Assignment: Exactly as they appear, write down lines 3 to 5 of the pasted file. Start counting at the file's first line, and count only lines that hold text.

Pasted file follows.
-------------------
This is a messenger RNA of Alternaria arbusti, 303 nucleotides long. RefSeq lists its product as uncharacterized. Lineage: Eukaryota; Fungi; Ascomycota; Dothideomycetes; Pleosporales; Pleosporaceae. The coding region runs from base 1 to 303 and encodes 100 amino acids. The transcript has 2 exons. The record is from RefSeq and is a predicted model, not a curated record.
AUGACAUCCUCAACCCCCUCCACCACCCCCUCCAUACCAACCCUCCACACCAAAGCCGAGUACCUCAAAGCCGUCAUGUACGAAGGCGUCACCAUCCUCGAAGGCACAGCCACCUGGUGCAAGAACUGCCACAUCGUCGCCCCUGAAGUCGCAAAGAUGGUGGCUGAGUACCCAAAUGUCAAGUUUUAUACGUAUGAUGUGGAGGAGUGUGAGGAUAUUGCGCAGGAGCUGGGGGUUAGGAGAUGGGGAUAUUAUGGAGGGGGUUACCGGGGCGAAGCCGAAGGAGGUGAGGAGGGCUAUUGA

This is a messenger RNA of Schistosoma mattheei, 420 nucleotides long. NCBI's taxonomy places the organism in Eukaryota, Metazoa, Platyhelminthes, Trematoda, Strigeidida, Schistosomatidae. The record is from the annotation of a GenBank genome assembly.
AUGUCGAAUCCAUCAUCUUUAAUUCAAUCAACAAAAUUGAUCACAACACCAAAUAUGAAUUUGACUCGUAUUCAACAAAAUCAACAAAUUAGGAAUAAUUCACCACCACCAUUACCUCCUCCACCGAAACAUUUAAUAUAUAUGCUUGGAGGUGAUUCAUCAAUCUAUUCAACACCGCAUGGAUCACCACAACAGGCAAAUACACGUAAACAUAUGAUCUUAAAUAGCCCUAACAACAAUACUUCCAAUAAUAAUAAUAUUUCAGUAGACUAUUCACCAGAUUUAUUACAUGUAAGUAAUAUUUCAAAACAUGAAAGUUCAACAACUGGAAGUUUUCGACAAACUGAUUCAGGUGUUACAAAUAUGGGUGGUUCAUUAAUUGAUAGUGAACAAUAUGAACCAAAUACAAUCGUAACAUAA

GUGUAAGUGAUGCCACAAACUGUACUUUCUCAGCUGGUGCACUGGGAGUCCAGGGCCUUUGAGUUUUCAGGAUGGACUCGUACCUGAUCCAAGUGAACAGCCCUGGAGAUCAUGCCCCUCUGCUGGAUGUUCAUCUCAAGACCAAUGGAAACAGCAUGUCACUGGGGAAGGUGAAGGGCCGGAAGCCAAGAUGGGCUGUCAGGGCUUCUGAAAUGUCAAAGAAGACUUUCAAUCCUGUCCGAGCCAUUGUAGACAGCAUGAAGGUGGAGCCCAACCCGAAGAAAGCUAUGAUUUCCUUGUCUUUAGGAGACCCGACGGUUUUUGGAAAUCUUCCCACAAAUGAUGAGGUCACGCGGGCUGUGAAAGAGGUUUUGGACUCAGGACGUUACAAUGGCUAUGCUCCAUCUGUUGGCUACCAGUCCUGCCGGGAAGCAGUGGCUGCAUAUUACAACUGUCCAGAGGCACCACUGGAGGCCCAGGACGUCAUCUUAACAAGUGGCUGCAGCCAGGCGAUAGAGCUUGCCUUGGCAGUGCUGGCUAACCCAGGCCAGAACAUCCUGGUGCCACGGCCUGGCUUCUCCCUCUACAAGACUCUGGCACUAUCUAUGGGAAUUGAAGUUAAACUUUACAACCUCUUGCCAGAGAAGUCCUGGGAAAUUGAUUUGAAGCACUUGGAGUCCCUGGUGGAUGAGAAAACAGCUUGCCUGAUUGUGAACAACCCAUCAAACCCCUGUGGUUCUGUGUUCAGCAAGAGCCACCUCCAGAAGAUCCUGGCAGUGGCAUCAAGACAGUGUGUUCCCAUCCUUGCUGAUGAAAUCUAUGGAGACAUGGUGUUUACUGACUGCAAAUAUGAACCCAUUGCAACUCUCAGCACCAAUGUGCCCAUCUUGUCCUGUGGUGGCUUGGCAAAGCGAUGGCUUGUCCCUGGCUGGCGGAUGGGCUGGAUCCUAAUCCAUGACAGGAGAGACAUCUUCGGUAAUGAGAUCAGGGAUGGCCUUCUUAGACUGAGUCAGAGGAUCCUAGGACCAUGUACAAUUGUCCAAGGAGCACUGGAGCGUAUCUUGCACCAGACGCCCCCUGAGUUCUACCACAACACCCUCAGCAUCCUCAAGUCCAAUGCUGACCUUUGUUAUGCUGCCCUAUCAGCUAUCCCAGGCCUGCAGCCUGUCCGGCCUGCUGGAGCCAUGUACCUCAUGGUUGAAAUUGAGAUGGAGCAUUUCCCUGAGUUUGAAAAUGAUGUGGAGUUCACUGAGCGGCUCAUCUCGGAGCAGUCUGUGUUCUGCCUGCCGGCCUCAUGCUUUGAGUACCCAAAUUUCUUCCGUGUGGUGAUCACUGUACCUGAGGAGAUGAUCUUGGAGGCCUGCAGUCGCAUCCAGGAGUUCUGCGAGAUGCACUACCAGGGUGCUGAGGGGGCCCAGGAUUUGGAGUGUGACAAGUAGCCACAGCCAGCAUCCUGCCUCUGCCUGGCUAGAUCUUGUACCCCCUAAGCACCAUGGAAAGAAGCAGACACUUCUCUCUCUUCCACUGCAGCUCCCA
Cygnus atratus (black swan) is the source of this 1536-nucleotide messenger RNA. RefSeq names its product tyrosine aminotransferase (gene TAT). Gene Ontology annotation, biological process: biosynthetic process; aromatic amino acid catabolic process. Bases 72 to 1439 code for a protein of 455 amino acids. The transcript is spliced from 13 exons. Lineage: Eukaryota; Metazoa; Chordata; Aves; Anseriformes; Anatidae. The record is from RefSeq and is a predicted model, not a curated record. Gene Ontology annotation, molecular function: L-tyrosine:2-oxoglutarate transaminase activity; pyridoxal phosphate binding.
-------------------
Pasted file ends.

This is a messenger RNA of Schistosoma mattheei, 420 nucleotides long. NCBI's taxonomy places the organism in Eukaryota, Metazoa, Platyhelminthes, Trematoda, Strigeidida, Schistosomatidae. The record is from the annotation of a GenBank genome assembly.
AUGUCGAAUCCAUCAUCUUUAAUUCAAUCAACAAAAUUGAUCACAACACCAAAUAUGAAUUUGACUCGUAUUCAACAAAAUCAACAAAUUAGGAAUAAUUCACCACCACCAUUACCUCCUCCACCGAAACAUUUAAUAUAUAUGCUUGGAGGUGAUUCAUCAAUCUAUUCAACACCGCAUGGAUCACCACAACAGGCAAAUACACGUAAACAUAUGAUCUUAAAUAGCCCUAACAACAAUACUUCCAAUAAUAAUAAUAUUUCAGUAGACUAUUCACCAGAUUUAUUACAUGUAAGUAAUAUUUCAAAACAUGAAAGUUCAACAACUGGAAGUUUUCGACAAACUGAUUCAGGUGUUACAAAUAUGGGUGGUUCAUUAAUUGAUAGUGAACAAUAUGAACCAAAUACAAUCGUAACAUAA

GUGUAAGUGAUGCCACAAACUGUACUUUCUCAGCUGGUGCACUGGGAGUCCAGGGCCUUUGAGUUUUCAGGAUGGACUCGUACCUGAUCCAAGUGAACAGCCCUGGAGAUCAUGCCCCUCUGCUGGAUGUUCAUCUCAAGACCAAUGGAAACAGCAUGUCACUGGGGAAGGUGAAGGGCCGGAAGCCAAGAUGGGCUGUCAGGGCUUCUGAAAUGUCAAAGAAGACUUUCAAUCCUGUCCGAGCCAUUGUAGACAGCAUGAAGGUGGAGCCCAACCCGAAGAAAGCUAUGAUUUCCUUGUCUUUAGGAGACCCGACGGUUUUUGGAAAUCUUCCCACAAAUGAUGAGGUCACGCGGGCUGUGAAAGAGGUUUUGGACUCAGGACGUUACAAUGGCUAUGCUCCAUCUGUUGGCUACCAGUCCUGCCGGGAAGCAGUGGCUGCAUAUUACAACUGUCCAGAGGCACCACUGGAGGCCCAGGACGUCAUCUUAACAAGUGGCUGCAGCCAGGCGAUAGAGCUUGCCUUGGCAGUGCUGGCUAACCCAGGCCAGAACAUCCUGGUGCCACGGCCUGGCUUCUCCCUCUACAAGACUCUGGCACUAUCUAUGGGAAUUGAAGUUAAACUUUACAACCUCUUGCCAGAGAAGUCCUGGGAAAUUGAUUUGAAGCACUUGGAGUCCCUGGUGGAUGAGAAAACAGCUUGCCUGAUUGUGAACAACCCAUCAAACCCCUGUGGUUCUGUGUUCAGCAAGAGCCACCUCCAGAAGAUCCUGGCAGUGGCAUCAAGACAGUGUGUUCCCAUCCUUGCUGAUGAAAUCUAUGGAGACAUGGUGUUUACUGACUGCAAAUAUGAACCCAUUGCAACUCUCAGCACCAAUGUGCCCAUCUUGUCCUGUGGUGGCUUGGCAAAGCGAUGGCUUGUCCCUGGCUGGCGGAUGGGCUGGAUCCUAAUCCAUGACAGGAGAGACAUCUUCGGUAAUGAGAUCAGGGAUGGCCUUCUUAGACUGAGUCAGAGGAUCCUAGGACCAUGUACAAUUGUCCAAGGAGCACUGGAGCGUAUCUUGCACCAGACGCCCCCUGAGUUCUACCACAACACCCUCAGCAUCCUCAAGUCCAAUGCUGACCUUUGUUAUGCUGCCCUAUCAGCUAUCCCAGGCCUGCAGCCUGUCCGGCCUGCUGGAGCCAUGUACCUCAUGGUUGAAAUUGAGAUGGAGCAUUUCCCUGAGUUUGAAAAUGAUGUGGAGUUCACUGAGCGGCUCAUCUCGGAGCAGUCUGUGUUCUGCCUGCCGGCCUCAUGCUUUGAGUACCCAAAUUUCUUCCGUGUGGUGAUCACUGUACCUGAGGAGAUGAUCUUGGAGGCCUGCAGUCGCAUCCAGGAGUUCUGCGAGAUGCACUACCAGGGUGCUGAGGGGGCCCAGGAUUUGGAGUGUGACAAGUAGCCACAGCCAGCAUCCUGCCUCUGCCUGGCUAGAUCUUGUACCCCCUAAGCACCAUGGAAAGAAGCAGACACUUCUCUCUCUUCCACUGCAGCUCCCA